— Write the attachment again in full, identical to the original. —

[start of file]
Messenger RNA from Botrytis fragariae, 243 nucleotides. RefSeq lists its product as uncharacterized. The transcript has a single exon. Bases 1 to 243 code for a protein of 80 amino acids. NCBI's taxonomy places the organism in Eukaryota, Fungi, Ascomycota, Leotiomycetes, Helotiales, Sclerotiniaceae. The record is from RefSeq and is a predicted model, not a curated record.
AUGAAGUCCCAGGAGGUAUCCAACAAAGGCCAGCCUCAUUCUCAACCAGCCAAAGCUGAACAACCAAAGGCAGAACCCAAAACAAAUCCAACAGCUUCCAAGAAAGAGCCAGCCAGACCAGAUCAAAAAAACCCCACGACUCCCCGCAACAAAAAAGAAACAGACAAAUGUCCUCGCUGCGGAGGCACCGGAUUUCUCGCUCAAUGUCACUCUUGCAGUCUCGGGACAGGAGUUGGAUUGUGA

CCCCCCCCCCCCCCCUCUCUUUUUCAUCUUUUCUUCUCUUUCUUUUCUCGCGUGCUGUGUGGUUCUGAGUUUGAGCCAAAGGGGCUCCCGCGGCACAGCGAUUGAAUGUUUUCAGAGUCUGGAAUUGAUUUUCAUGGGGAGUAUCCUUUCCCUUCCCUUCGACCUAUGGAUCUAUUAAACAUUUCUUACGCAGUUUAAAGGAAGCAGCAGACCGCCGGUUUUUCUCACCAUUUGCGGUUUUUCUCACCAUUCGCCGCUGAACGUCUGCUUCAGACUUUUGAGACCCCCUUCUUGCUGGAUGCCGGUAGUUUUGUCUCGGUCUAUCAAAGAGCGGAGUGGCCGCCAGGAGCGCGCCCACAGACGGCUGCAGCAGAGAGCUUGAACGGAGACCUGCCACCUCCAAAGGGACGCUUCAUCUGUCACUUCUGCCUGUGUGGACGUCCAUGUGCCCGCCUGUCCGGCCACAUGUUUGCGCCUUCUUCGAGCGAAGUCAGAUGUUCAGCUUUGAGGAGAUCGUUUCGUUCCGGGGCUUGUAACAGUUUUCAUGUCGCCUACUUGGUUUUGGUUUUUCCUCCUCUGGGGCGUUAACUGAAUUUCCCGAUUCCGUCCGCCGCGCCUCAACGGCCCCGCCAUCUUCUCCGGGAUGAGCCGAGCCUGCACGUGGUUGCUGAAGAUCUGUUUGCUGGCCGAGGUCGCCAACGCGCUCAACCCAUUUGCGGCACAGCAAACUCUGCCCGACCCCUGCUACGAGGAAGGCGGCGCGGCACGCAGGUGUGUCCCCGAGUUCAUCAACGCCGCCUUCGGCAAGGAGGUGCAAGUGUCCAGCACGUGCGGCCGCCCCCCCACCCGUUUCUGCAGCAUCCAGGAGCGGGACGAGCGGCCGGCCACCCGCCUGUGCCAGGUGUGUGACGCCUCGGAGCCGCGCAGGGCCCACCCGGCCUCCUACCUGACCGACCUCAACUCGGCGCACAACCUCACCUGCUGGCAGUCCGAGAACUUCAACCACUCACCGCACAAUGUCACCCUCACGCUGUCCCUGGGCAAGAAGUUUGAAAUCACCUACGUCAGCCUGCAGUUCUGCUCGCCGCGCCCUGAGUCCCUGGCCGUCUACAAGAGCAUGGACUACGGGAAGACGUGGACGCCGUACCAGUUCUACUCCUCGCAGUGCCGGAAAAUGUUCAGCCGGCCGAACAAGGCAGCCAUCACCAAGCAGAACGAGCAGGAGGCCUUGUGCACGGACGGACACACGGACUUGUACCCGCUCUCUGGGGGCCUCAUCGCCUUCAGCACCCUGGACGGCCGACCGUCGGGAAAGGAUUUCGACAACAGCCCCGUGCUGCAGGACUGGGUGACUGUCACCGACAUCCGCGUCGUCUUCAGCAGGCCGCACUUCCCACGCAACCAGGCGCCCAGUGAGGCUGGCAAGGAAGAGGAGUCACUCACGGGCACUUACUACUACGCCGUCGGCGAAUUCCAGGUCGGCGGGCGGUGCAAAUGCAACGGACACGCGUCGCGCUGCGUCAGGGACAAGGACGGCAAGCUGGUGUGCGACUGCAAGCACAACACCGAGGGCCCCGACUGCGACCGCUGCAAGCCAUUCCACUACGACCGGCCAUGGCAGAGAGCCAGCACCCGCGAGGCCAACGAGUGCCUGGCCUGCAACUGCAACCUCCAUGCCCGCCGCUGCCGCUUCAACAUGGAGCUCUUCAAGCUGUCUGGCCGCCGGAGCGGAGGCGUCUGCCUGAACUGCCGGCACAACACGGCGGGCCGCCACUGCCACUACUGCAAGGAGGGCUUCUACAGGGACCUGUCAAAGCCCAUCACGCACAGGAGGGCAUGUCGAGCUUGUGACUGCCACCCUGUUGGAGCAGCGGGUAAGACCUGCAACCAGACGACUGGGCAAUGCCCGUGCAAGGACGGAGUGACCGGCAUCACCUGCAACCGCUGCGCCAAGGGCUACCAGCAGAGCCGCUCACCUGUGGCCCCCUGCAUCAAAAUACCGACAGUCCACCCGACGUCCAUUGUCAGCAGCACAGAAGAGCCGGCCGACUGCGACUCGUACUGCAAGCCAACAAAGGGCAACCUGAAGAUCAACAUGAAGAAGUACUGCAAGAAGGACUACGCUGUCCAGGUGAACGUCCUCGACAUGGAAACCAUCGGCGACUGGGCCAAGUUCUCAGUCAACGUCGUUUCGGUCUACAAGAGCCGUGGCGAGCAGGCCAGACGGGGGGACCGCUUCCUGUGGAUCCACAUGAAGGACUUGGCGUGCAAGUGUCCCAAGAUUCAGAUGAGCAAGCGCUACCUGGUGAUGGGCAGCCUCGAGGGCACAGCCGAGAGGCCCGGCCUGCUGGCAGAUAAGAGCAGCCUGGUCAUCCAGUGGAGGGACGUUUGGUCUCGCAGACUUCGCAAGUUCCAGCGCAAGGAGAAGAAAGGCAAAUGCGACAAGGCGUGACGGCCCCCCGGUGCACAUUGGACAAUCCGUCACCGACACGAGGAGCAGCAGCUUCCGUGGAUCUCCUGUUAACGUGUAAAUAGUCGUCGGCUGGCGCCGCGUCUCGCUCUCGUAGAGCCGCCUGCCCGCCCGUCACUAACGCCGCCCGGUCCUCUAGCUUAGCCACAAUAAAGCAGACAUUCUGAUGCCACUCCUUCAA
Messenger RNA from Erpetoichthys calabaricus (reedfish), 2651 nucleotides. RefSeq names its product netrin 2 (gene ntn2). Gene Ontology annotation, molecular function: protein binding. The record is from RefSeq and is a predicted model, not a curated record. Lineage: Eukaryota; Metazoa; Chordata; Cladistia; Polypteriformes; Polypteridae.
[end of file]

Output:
Messenger RNA from Botrytis fragariae, 243 nucleotides. RefSeq lists its product as uncharacterized. The transcript has a single exon. Bases 1 to 243 code for a protein of 80 amino acids. NCBI's taxonomy places the organism in Eukaryota, Fungi, Ascomycota, Leotiomycetes, Helotiales, Sclerotiniaceae. The record is from RefSeq and is a predicted model, not a curated record.
AUGAAGUCCCAGGAGGUAUCCAACAAAGGCCAGCCUCAUUCUCAACCAGCCAAAGCUGAACAACCAAAGGCAGAACCCAAAACAAAUCCAACAGCUUCCAAGAAAGAGCCAGCCAGACCAGAUCAAAAAAACCCCACGACUCCCCGCAACAAAAAAGAAACAGACAAAUGUCCUCGCUGCGGAGGCACCGGAUUUCUCGCUCAAUGUCACUCUUGCAGUCUCGGGACAGGAGUUGGAUUGUGA

CCCCCCCCCCCCCCCUCUCUUUUUCAUCUUUUCUUCUCUUUCUUUUCUCGCGUGCUGUGUGGUUCUGAGUUUGAGCCAAAGGGGCUCCCGCGGCACAGCGAUUGAAUGUUUUCAGAGUCUGGAAUUGAUUUUCAUGGGGAGUAUCCUUUCCCUUCCCUUCGACCUAUGGAUCUAUUAAACAUUUCUUACGCAGUUUAAAGGAAGCAGCAGACCGCCGGUUUUUCUCACCAUUUGCGGUUUUUCUCACCAUUCGCCGCUGAACGUCUGCUUCAGACUUUUGAGACCCCCUUCUUGCUGGAUGCCGGUAGUUUUGUCUCGGUCUAUCAAAGAGCGGAGUGGCCGCCAGGAGCGCGCCCACAGACGGCUGCAGCAGAGAGCUUGAACGGAGACCUGCCACCUCCAAAGGGACGCUUCAUCUGUCACUUCUGCCUGUGUGGACGUCCAUGUGCCCGCCUGUCCGGCCACAUGUUUGCGCCUUCUUCGAGCGAAGUCAGAUGUUCAGCUUUGAGGAGAUCGUUUCGUUCCGGGGCUUGUAACAGUUUUCAUGUCGCCUACUUGGUUUUGGUUUUUCCUCCUCUGGGGCGUUAACUGAAUUUCCCGAUUCCGUCCGCCGCGCCUCAACGGCCCCGCCAUCUUCUCCGGGAUGAGCCGAGCCUGCACGUGGUUGCUGAAGAUCUGUUUGCUGGCCGAGGUCGCCAACGCGCUCAACCCAUUUGCGGCACAGCAAACUCUGCCCGACCCCUGCUACGAGGAAGGCGGCGCGGCACGCAGGUGUGUCCCCGAGUUCAUCAACGCCGCCUUCGGCAAGGAGGUGCAAGUGUCCAGCACGUGCGGCCGCCCCCCCACCCGUUUCUGCAGCAUCCAGGAGCGGGACGAGCGGCCGGCCACCCGCCUGUGCCAGGUGUGUGACGCCUCGGAGCCGCGCAGGGCCCACCCGGCCUCCUACCUGACCGACCUCAACUCGGCGCACAACCUCACCUGCUGGCAGUCCGAGAACUUCAACCACUCACCGCACAAUGUCACCCUCACGCUGUCCCUGGGCAAGAAGUUUGAAAUCACCUACGUCAGCCUGCAGUUCUGCUCGCCGCGCCCUGAGUCCCUGGCCGUCUACAAGAGCAUGGACUACGGGAAGACGUGGACGCCGUACCAGUUCUACUCCUCGCAGUGCCGGAAAAUGUUCAGCCGGCCGAACAAGGCAGCCAUCACCAAGCAGAACGAGCAGGAGGCCUUGUGCACGGACGGACACACGGACUUGUACCCGCUCUCUGGGGGCCUCAUCGCCUUCAGCACCCUGGACGGCCGACCGUCGGGAAAGGAUUUCGACAACAGCCCCGUGCUGCAGGACUGGGUGACUGUCACCGACAUCCGCGUCGUCUUCAGCAGGCCGCACUUCCCACGCAACCAGGCGCCCAGUGAGGCUGGCAAGGAAGAGGAGUCACUCACGGGCACUUACUACUACGCCGUCGGCGAAUUCCAGGUCGGCGGGCGGUGCAAAUGCAACGGACACGCGUCGCGCUGCGUCAGGGACAAGGACGGCAAGCUGGUGUGCGACUGCAAGCACAACACCGAGGGCCCCGACUGCGACCGCUGCAAGCCAUUCCACUACGACCGGCCAUGGCAGAGAGCCAGCACCCGCGAGGCCAACGAGUGCCUGGCCUGCAACUGCAACCUCCAUGCCCGCCGCUGCCGCUUCAACAUGGAGCUCUUCAAGCUGUCUGGCCGCCGGAGCGGAGGCGUCUGCCUGAACUGCCGGCACAACACGGCGGGCCGCCACUGCCACUACUGCAAGGAGGGCUUCUACAGGGACCUGUCAAAGCCCAUCACGCACAGGAGGGCAUGUCGAGCUUGUGACUGCCACCCUGUUGGAGCAGCGGGUAAGACCUGCAACCAGACGACUGGGCAAUGCCCGUGCAAGGACGGAGUGACCGGCAUCACCUGCAACCGCUGCGCCAAGGGCUACCAGCAGAGCCGCUCACCUGUGGCCCCCUGCAUCAAAAUACCGACAGUCCACCCGACGUCCAUUGUCAGCAGCACAGAAGAGCCGGCCGACUGCGACUCGUACUGCAAGCCAACAAAGGGCAACCUGAAGAUCAACAUGAAGAAGUACUGCAAGAAGGACUACGCUGUCCAGGUGAACGUCCUCGACAUGGAAACCAUCGGCGACUGGGCCAAGUUCUCAGUCAACGUCGUUUCGGUCUACAAGAGCCGUGGCGAGCAGGCCAGACGGGGGGACCGCUUCCUGUGGAUCCACAUGAAGGACUUGGCGUGCAAGUGUCCCAAGAUUCAGAUGAGCAAGCGCUACCUGGUGAUGGGCAGCCUCGAGGGCACAGCCGAGAGGCCCGGCCUGCUGGCAGAUAAGAGCAGCCUGGUCAUCCAGUGGAGGGACGUUUGGUCUCGCAGACUUCGCAAGUUCCAGCGCAAGGAGAAGAAAGGCAAAUGCGACAAGGCGUGACGGCCCCCCGGUGCACAUUGGACAAUCCGUCACCGACACGAGGAGCAGCAGCUUCCGUGGAUCUCCUGUUAACGUGUAAAUAGUCGUCGGCUGGCGCCGCGUCUCGCUCUCGUAGAGCCGCCUGCCCGCCCGUCACUAACGCCGCCCGGUCCUCUAGCUUAGCCACAAUAAAGCAGACAUUCUGAUGCCACUCCUUCAA
Messenger RNA from Erpetoichthys calabaricus (reedfish), 2651 nucleotides. RefSeq names its product netrin 2 (gene ntn2). Gene Ontology annotation, molecular function: protein binding. The record is from RefSeq and is a predicted model, not a curated record. Lineage: Eukaryota; Metazoa; Chordata; Cladistia; Polypteriformes; Polypteridae.